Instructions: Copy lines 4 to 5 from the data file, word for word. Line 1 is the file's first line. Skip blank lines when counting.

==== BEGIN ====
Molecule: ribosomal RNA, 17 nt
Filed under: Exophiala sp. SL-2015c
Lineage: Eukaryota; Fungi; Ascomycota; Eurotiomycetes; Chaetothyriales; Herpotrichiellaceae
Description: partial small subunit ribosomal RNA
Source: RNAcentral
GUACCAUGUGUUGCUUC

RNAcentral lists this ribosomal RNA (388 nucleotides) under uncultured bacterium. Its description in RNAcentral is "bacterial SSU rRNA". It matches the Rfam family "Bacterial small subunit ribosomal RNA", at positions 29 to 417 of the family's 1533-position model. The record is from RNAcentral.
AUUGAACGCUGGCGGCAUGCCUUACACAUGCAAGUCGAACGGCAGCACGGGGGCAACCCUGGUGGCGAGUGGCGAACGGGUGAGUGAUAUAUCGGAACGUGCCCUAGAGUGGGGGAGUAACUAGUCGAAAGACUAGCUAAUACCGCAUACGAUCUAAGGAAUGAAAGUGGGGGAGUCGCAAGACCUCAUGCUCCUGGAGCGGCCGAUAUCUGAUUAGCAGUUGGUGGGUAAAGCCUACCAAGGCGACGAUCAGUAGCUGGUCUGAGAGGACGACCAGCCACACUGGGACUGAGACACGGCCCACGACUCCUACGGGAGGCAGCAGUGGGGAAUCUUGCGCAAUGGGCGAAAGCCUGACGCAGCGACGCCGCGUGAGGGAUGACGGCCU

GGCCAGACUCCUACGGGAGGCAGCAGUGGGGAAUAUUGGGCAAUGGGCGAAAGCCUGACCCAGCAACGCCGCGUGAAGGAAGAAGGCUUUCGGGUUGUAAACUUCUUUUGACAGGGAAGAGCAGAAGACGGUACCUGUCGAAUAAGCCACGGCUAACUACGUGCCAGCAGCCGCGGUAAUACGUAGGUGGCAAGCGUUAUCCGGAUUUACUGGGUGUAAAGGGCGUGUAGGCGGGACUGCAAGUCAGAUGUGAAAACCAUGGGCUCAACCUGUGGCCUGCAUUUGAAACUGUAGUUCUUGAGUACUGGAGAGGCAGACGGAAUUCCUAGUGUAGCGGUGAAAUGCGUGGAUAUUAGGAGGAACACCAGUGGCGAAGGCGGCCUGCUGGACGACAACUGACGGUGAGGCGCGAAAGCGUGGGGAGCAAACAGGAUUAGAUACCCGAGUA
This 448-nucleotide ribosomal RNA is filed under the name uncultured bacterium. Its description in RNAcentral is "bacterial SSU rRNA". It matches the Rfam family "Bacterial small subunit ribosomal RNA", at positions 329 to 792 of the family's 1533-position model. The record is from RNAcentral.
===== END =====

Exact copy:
Description: partial small subunit ribosomal RNA
Source: RNAcentral